When I started this blog, I had no real objective. The motivation was simple: to get thoughts from my head to screen. As Derek Sivers put it, it’s better to create more than consume. I wanted to say something valuable to myself. And if others got something out of it, all the better.
Along the early writing journey, I was consistent. I made personal commitments to publish a post once per week. I set an early morning writing schedule before anyone else in the house was awake. No matter what I produced when the timer stopped at 30 minutes, I stopped writing. I would pick it back up the next day.
Then, one week, I pushed up against my self-imposed deadline and had nothing worth posting. So, I didn’t. And then, a few more days past and the story stayed the same. I had 5 or 6 partially written ideas dying on the vine in my notebook. All inertia came to a stop once we moved and added our second child. The blog went from back burner to backyard.
For the past two months, I’ve periodically opened my writing app, jotted a few thoughts, and closed it. Every few days, I’d think about writing, but wouldn’t. It lost its priority because I lost its purpose. I questioned whether I had anything worth saying. If a post wasn’t perfect, I’d push it aside and move along.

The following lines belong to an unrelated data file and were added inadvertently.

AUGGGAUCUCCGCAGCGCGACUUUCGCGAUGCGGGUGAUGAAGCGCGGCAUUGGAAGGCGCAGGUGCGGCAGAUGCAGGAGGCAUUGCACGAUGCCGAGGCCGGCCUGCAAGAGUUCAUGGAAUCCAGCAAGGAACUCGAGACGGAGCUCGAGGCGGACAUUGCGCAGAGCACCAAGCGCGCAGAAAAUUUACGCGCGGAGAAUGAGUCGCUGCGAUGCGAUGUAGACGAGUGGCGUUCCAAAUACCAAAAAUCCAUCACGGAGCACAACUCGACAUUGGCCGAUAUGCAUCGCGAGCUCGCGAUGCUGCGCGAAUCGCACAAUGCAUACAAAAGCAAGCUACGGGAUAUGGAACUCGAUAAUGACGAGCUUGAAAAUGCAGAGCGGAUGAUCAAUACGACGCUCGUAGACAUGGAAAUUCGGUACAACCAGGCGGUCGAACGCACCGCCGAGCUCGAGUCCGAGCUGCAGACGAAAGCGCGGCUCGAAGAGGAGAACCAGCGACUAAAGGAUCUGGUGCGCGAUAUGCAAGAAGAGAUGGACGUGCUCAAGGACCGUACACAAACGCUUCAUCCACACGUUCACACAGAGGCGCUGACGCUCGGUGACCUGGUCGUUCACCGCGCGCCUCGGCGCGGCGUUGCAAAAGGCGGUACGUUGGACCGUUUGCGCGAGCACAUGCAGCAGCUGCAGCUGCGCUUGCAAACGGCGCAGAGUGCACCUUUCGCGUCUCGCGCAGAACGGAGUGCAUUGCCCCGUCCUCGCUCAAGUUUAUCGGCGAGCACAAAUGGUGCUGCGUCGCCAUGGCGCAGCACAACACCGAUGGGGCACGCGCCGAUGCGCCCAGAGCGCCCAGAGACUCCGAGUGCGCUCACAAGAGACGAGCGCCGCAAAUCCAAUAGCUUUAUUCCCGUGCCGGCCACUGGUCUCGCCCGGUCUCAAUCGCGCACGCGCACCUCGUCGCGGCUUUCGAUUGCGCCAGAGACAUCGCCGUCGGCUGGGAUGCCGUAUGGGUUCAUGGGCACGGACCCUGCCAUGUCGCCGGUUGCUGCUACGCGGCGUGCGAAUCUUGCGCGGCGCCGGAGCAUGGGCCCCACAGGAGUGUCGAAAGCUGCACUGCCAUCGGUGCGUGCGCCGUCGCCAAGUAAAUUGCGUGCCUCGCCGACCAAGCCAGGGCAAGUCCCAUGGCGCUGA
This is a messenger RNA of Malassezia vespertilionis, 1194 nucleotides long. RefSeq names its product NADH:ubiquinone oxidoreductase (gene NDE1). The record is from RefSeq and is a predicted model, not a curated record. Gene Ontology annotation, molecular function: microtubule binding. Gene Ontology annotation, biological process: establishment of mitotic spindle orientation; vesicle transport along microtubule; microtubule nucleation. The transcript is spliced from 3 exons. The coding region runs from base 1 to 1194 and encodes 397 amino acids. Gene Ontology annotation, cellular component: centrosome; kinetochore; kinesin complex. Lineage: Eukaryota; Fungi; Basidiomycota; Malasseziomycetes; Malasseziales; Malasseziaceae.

Motivation is cultivated. Perfection is an illusion. And, as Shane Parrish says, “Intensity is overrated, while consistency is underrated.”
Showing up for others is easy. There’s external pressure and social incentives. Showing up for yourself is hard. No one expects me to write every day. I don’t get paid by word – or at all. In fact, the internet will go on just fine without my contributions.
But that’s not the point. There may be nothing more human than creativity: Taking wandering thoughts and translating them to compelling ideas and stories on paper. Finding a melody on top of a chord progression. Building empathy with others to solve a nagging problem.
At the start of this new year, I’m not making a resolution to post once a week or write for some specific amount of time every day. I’m not aiming for perfection in every paragraph or stanza. I’m not going to commit to intense workouts every evening.
What I will do is show up. Even if that means early mornings or late nights. (I’m currently writing this after the kids are sleeping, I’ve worked out, and done my chores.) I won't let perfectionism prevent getting it done. I’ll focus on creativity as an end itself because the process is more valuable than the outcome.